- 1880 – The catcher had to catch the pitch on the fly in order to register an out on a third strike.
- 1883 – The “foul bound catch” was abolished.
- 1883 – The pitcher could deliver a ball from above his waist.
- 1884 – All restrictions on the delivery of a pitcher were removed.
- 1884 – Six “called balls” became a base on balls.
- 1885 – One portion of the bat could be flat (one side).
- 1887 – The pitcher’s box was reduced to 4 feet by 5 1/2 feet.
- 1887 – Calling for high and low pitches was abolished.
- 1887 – Five balls became a base on balls.
- 1887 – Four “called strikes” were adopted for this season only.
- 1887 – The batter was awarded first base when hit by a pitch.
- 1889 – Four balls became a base on balls.
- 1893 – Pitching distance increased from 50 feet to 60 feet 6 inches.
- 1893 – The pitching box was eliminated and a rubber slab 12 inches by 4 inches was substituted.
- 1893- The pitcher was required to place his rear foot against the slab.
- 1893 – The rule allowing a flat side to a bat was rescinded and the requirement that the bat be round and wholly of hard wood was substituted.
- 1894 – Foul bunts were classified as strikes.
- 1895 – Pitching slab was enlarged to 24 inches by 6 inches.
- 1895 – Bats were permitted to be 2 3/4 inches in diameter and not to exceed 42 inches.
- 1895 – Infield-fly rule was adopted.
- 1895 – A held foul tip was classified as a strike.
- 1901 – Catchers were compelled to remain continuously under the bat.
- 1904 – Height of the mound was limited to 15 inches higher than the level of the baselines.
- 1908 – Pitchers were prohibited from soiling a new ball.
- 1920 – All freak deliveries, including the spitball, were outlawed.
- 1925 – Pitcher was allowed to use a resin bag.
- 1925 – The minimum home-run distance was set at 250 feet.
- 1931 – Defensive interference was changed from an offense solely by a catcher to one by a fielder as well.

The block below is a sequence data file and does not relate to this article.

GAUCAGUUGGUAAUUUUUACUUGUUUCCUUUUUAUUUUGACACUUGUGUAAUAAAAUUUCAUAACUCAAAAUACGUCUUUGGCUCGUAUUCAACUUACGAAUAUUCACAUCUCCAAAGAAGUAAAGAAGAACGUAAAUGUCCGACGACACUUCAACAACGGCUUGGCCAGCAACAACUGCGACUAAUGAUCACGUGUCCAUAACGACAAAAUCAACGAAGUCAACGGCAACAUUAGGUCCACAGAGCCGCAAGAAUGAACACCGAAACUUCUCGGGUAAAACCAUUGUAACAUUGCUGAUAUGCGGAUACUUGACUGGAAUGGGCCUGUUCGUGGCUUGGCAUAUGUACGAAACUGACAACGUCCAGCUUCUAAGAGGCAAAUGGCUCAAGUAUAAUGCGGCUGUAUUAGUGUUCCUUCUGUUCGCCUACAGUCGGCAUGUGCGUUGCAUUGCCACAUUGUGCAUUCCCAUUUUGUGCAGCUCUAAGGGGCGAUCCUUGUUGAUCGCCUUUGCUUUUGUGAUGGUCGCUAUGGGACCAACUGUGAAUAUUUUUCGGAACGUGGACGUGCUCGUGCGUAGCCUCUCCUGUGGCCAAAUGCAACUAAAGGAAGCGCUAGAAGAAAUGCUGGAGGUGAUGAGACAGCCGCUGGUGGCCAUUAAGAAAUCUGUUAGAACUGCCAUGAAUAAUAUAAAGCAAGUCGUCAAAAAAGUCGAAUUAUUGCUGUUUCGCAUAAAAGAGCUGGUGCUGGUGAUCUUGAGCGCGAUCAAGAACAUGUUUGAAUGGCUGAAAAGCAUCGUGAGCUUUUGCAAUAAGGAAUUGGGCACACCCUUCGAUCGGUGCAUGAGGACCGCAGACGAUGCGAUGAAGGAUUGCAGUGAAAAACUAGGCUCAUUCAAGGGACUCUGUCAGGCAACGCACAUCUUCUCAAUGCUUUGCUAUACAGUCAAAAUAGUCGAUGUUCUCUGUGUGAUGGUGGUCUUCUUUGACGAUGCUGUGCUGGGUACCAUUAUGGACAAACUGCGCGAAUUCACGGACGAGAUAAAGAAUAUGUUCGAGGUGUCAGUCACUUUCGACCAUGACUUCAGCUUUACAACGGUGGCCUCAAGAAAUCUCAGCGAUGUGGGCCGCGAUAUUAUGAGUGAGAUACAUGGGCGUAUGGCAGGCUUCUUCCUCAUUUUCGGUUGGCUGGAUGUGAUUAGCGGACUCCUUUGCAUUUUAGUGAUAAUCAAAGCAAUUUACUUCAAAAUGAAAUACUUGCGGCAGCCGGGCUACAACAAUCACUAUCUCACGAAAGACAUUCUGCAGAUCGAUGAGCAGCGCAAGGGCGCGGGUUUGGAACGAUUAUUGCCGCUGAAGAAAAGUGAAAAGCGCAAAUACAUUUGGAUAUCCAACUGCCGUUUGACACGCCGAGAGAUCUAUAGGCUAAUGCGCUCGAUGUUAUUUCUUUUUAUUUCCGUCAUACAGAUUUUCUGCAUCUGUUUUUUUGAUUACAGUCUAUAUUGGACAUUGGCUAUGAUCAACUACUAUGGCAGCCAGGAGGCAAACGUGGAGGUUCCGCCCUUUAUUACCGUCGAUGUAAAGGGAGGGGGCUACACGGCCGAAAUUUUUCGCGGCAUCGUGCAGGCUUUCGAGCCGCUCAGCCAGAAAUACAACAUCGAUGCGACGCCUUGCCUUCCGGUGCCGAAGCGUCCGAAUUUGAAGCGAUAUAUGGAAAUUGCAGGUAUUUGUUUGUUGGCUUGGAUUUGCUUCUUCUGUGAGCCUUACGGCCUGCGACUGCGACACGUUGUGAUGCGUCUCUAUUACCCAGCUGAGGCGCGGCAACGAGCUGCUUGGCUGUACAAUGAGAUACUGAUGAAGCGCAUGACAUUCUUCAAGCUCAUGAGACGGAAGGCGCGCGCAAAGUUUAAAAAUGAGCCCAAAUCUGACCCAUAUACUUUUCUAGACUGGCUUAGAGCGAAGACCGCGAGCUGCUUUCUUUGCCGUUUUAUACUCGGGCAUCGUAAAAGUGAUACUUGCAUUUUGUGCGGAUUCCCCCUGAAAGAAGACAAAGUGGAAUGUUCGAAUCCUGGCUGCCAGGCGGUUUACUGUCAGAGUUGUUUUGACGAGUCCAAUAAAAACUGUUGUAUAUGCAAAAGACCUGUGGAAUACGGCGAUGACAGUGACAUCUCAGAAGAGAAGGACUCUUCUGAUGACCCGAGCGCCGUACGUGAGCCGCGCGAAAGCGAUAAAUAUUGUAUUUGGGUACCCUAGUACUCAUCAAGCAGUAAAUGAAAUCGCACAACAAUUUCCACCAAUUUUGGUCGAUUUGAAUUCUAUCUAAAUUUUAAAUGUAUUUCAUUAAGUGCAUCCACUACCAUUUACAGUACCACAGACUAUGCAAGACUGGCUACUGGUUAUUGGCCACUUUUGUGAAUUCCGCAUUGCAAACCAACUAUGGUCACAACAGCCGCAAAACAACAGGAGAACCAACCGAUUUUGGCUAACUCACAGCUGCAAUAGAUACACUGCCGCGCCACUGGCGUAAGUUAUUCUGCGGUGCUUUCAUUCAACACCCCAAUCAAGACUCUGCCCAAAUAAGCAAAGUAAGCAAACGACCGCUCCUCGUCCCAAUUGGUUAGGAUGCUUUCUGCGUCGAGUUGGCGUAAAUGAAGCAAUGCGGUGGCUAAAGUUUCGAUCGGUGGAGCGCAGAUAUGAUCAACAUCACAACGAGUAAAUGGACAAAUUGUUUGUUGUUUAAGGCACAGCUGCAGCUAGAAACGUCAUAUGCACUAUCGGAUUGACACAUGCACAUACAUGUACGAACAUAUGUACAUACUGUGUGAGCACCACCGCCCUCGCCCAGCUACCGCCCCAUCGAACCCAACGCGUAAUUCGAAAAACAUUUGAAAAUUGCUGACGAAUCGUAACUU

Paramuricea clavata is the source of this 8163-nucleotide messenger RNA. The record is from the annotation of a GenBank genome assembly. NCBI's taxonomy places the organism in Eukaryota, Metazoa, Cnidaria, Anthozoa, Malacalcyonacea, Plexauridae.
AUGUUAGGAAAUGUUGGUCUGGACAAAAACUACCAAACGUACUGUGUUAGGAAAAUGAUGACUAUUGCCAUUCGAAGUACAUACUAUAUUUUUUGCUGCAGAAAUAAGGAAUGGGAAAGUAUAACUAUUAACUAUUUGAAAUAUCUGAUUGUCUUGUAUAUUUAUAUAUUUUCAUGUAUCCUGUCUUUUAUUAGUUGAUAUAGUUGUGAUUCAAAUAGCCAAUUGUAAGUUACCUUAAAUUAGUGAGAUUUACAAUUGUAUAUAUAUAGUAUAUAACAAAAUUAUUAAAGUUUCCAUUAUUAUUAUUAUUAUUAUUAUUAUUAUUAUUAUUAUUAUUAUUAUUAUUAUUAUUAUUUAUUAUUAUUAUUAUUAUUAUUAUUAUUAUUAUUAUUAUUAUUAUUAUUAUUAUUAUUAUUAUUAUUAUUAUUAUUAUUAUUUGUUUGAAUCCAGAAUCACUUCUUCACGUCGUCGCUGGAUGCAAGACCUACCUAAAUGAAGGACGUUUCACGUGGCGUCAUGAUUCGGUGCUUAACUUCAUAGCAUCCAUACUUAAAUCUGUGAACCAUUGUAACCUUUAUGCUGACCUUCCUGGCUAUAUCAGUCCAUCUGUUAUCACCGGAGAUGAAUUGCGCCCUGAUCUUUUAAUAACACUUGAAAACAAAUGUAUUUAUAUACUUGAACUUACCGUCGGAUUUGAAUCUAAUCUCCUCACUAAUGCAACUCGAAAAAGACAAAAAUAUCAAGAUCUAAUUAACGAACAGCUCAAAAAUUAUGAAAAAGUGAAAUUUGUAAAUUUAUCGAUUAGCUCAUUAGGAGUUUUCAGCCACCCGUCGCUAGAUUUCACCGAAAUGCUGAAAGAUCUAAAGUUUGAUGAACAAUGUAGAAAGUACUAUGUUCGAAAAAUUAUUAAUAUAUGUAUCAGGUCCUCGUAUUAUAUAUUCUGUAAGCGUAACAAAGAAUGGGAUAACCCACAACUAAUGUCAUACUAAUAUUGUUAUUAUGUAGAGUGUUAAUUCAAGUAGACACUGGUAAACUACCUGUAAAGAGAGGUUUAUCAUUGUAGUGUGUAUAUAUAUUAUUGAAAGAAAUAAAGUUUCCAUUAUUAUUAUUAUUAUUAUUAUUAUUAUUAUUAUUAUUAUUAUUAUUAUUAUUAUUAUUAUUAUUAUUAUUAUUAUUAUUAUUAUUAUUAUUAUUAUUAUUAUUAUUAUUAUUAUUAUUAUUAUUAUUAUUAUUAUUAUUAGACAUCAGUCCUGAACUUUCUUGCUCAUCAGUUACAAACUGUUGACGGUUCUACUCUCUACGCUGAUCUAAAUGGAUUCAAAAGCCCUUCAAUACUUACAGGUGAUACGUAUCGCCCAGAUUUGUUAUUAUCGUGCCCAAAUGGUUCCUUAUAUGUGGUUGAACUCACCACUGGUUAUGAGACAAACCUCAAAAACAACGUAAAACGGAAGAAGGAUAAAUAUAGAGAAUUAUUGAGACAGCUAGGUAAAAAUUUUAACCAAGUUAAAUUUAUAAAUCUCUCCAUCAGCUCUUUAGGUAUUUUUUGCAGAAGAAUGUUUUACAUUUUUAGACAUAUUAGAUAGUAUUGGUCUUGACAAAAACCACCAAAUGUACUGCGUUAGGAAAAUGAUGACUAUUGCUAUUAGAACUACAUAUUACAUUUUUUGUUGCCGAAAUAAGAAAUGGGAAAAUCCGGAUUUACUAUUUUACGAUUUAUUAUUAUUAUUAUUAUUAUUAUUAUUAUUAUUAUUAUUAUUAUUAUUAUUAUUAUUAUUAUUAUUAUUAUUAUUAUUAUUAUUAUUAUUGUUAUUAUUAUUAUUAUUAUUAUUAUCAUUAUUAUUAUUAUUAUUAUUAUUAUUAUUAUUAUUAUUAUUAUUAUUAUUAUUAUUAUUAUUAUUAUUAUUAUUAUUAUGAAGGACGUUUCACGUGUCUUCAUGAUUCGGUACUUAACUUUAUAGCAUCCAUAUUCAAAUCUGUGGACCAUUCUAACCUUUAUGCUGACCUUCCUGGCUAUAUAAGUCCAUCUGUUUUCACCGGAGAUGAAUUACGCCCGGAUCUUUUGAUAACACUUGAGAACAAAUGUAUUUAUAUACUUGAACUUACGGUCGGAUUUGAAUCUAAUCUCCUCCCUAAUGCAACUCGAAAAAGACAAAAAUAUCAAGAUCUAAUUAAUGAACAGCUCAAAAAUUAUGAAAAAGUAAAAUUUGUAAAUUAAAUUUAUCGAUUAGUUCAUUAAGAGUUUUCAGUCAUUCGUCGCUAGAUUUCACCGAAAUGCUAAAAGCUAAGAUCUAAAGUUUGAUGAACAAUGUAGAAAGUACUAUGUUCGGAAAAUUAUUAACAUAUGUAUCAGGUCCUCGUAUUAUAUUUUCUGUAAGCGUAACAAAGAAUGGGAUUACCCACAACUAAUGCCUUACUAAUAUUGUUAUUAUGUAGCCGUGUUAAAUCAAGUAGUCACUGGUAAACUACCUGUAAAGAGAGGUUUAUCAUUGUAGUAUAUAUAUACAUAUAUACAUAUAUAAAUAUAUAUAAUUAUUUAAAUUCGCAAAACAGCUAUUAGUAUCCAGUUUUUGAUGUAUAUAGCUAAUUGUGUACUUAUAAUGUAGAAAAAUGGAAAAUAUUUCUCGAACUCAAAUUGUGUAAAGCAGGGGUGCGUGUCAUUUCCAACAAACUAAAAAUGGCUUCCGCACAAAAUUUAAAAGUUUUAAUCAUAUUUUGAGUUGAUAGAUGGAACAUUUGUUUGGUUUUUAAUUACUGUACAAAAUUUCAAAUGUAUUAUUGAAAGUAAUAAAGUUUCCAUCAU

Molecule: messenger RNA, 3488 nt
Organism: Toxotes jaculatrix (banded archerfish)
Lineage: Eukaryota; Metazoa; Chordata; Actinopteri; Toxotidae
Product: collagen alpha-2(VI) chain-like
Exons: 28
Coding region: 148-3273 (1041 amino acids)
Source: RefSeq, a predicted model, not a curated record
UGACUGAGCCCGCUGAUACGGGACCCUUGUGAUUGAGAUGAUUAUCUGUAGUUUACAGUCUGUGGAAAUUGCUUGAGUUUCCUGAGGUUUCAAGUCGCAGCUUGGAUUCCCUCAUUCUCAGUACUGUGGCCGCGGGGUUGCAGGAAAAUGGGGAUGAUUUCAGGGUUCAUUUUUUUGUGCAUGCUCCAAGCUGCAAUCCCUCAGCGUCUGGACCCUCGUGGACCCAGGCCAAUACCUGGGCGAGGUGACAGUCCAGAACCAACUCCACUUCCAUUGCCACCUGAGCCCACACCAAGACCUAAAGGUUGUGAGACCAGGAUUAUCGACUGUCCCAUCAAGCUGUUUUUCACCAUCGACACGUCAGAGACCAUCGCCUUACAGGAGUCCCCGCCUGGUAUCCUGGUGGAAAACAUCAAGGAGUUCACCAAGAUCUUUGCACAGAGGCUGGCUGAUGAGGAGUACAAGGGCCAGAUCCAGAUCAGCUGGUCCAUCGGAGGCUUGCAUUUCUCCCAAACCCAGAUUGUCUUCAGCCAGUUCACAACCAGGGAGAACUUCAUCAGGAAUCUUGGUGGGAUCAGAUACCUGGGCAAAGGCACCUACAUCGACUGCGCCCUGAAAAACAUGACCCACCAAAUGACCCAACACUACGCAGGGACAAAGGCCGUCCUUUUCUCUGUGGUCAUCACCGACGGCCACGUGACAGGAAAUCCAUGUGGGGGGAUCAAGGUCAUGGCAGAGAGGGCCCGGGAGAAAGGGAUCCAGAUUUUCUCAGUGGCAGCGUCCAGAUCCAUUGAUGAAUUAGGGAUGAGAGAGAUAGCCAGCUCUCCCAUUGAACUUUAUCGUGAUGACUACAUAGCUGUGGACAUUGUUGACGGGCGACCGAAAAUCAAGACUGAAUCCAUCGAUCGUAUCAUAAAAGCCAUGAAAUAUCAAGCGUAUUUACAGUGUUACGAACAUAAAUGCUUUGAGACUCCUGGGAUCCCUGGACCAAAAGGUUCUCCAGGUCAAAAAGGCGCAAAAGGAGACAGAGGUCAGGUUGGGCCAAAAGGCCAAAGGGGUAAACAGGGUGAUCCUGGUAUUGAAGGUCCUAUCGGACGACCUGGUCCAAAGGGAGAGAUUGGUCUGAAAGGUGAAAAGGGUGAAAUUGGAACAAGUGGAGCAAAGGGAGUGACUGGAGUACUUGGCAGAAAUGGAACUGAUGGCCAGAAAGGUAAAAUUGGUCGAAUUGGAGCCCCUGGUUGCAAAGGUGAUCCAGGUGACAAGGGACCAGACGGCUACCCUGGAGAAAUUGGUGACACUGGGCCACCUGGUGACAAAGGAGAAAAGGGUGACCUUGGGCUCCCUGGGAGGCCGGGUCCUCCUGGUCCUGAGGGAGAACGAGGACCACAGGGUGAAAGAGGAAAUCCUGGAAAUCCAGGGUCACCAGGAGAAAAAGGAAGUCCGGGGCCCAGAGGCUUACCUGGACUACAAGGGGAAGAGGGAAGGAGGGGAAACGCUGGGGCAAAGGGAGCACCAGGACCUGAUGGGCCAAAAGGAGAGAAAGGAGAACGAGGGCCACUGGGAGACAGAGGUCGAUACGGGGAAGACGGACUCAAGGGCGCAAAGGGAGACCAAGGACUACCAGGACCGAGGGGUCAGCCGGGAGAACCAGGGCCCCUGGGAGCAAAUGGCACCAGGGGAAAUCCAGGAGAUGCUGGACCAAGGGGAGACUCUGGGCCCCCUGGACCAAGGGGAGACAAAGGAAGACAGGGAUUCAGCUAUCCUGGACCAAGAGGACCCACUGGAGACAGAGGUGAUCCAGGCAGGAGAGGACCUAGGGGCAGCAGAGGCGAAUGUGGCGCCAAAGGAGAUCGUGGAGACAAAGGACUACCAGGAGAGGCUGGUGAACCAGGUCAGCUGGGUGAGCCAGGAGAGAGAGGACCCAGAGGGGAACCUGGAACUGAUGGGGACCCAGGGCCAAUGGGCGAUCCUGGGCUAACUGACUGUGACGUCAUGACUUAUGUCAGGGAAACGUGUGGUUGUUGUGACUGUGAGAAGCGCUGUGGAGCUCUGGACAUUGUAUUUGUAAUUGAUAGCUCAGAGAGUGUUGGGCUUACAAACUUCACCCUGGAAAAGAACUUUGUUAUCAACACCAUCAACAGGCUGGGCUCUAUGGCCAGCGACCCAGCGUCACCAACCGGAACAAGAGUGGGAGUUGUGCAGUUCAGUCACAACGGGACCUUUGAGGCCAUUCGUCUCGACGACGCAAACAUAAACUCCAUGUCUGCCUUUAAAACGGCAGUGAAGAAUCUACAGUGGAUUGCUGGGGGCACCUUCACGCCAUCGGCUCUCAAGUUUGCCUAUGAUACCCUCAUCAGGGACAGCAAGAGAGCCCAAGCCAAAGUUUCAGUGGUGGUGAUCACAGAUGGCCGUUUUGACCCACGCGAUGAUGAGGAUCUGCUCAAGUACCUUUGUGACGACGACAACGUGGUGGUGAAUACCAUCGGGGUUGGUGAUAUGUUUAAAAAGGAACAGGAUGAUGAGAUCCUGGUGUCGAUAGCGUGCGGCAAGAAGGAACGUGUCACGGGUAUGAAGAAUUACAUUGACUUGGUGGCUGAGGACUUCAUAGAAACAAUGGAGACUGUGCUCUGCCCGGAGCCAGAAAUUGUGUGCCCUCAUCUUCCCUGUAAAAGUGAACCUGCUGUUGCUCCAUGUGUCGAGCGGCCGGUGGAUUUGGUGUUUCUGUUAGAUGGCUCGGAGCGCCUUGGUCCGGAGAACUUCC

- 1953 – Players were to remove their gloves from the field (in 1954) when batting and no equipment was to show on the field at any time.
- 1959 – Regulations were set up for minimum boundaries for all new parks, 325-400-325 feet.
- 1968 – The anti-spitball rule was rewritten and tightened up because of the wave of moistened pitches that floated plateward the prior season.
- 1969 – The pitcher’s mound was dropped five inches.
- 1969 – The strike zone was shrunken to the area from the armpits to the top of the batter’s knees.
- 1971 – All major-league players were ordered to wear protective helmets.
- 1973 – The rule on glove size and color was minutely outlined for standardization.
- 1973 – The American League began using designated hitter for pitchers on an experimental basis.
- 2008 – MLB adds limited (home run calls, fair or foul) instant reply to be in effect for all games starting on Friday, August 29th.
- 2016 – Slides on potential double plays will require that base runners must make a bona fide attempt to reach and remain on base.
The above rules were gleaned from the Baseball Almanac. I don’t know why the rule governing plays at the play isn’t included. There are many more rules that I didn’t list here. But, you can see by some of these rules that the game of baseball was nothing like the product we now watch and enjoy.
I’m sure that when some of the above rules were introduced that baseball purists decried the rule changes as tarnishing the sanctity of the game. But if change wasn’t embraced the game would look a lot different.
When I ran the poll, I expected to do a follow up poll on the types of changes to accelerate the game. But as I watched early returns, I saw that most voters wanted to keep the game as it is. That’s when I did the research on changes. I had read a book titled “Baseball in the Garden of Eden: The Secret History of the Early Game” by John Thorn. So, I knew that baseball went through an enormous amount of change to get to its current version.
By the end of the poll, sentiment had swung in favor of making changes to improve the pace of play. But the vote was close, a difference of just 5 votes..
Pace of Play Poll 2017 (Poll Closed)
Pace is too slow, make changes. 50.8%
So, I decided not to run a poll among such a closely divided group.
Baseball has since come up with some rule changes. One is the automatic intentional walk without throwing a pitch. That should save about 30 seconds for each IBB. Progress.